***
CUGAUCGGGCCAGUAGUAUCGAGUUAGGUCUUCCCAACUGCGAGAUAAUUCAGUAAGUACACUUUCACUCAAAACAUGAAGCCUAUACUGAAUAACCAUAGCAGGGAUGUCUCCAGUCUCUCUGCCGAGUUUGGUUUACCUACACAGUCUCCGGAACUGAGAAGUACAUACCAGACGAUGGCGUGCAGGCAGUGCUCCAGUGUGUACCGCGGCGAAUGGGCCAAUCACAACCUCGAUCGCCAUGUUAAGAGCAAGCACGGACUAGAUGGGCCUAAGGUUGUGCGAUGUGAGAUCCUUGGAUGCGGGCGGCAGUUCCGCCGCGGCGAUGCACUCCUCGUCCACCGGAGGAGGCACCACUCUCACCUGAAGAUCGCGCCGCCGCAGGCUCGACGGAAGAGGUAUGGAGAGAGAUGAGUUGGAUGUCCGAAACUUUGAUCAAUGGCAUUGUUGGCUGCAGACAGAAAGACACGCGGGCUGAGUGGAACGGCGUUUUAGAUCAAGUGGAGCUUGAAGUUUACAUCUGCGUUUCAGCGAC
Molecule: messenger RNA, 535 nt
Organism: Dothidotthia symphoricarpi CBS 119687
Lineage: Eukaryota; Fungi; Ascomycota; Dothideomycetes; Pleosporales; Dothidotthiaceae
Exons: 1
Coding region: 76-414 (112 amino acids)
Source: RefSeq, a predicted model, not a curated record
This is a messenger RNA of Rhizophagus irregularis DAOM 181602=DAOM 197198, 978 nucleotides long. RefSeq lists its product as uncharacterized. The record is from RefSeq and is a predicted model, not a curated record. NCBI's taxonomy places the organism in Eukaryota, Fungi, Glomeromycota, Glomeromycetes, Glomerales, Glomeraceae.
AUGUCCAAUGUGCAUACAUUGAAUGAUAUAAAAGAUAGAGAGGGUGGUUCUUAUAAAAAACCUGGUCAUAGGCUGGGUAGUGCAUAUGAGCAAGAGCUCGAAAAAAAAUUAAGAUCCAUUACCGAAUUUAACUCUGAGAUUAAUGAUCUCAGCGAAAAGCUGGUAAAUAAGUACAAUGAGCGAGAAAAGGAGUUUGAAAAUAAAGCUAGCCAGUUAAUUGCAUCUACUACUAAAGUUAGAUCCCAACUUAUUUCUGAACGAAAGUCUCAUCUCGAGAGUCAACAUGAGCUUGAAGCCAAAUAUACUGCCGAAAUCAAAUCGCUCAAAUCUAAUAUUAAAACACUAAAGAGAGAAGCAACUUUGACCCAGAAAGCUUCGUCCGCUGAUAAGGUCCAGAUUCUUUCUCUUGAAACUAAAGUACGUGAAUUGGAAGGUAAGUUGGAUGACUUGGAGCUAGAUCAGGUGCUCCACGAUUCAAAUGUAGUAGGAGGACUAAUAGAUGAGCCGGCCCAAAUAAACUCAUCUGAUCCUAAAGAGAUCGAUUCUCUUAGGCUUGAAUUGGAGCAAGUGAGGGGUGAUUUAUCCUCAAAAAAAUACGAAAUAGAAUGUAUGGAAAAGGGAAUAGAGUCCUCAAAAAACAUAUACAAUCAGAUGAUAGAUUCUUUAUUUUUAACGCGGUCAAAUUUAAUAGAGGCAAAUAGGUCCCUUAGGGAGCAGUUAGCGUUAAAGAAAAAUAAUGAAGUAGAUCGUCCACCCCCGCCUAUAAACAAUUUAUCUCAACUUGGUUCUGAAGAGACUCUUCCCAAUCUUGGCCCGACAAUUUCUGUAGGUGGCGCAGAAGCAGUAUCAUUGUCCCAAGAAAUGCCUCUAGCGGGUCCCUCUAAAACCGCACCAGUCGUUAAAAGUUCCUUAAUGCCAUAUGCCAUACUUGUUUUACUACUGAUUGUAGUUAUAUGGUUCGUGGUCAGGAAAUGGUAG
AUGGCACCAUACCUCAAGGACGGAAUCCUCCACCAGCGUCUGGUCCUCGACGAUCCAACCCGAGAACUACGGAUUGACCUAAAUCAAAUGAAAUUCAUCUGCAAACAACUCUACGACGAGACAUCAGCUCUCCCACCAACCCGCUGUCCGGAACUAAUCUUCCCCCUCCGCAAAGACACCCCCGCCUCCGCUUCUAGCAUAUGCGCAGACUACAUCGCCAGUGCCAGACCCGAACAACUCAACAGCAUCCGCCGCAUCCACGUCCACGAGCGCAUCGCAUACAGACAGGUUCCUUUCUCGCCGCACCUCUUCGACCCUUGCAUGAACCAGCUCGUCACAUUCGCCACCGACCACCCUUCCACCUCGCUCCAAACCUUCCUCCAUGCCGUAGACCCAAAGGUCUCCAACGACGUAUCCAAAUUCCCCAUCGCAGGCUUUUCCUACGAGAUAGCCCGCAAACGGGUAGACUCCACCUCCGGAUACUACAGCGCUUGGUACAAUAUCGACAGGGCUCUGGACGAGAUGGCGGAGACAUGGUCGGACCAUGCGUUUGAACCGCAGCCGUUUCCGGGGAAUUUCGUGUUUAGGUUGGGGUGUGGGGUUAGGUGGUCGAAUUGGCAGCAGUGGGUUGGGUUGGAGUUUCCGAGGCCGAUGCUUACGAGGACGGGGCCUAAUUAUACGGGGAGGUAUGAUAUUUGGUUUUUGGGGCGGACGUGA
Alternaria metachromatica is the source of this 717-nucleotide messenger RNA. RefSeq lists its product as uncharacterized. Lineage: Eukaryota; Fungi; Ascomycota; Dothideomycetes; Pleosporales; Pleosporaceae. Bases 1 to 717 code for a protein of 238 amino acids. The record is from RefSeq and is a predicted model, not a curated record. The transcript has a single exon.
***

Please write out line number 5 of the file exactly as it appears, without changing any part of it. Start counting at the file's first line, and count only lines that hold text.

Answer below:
Exons: 1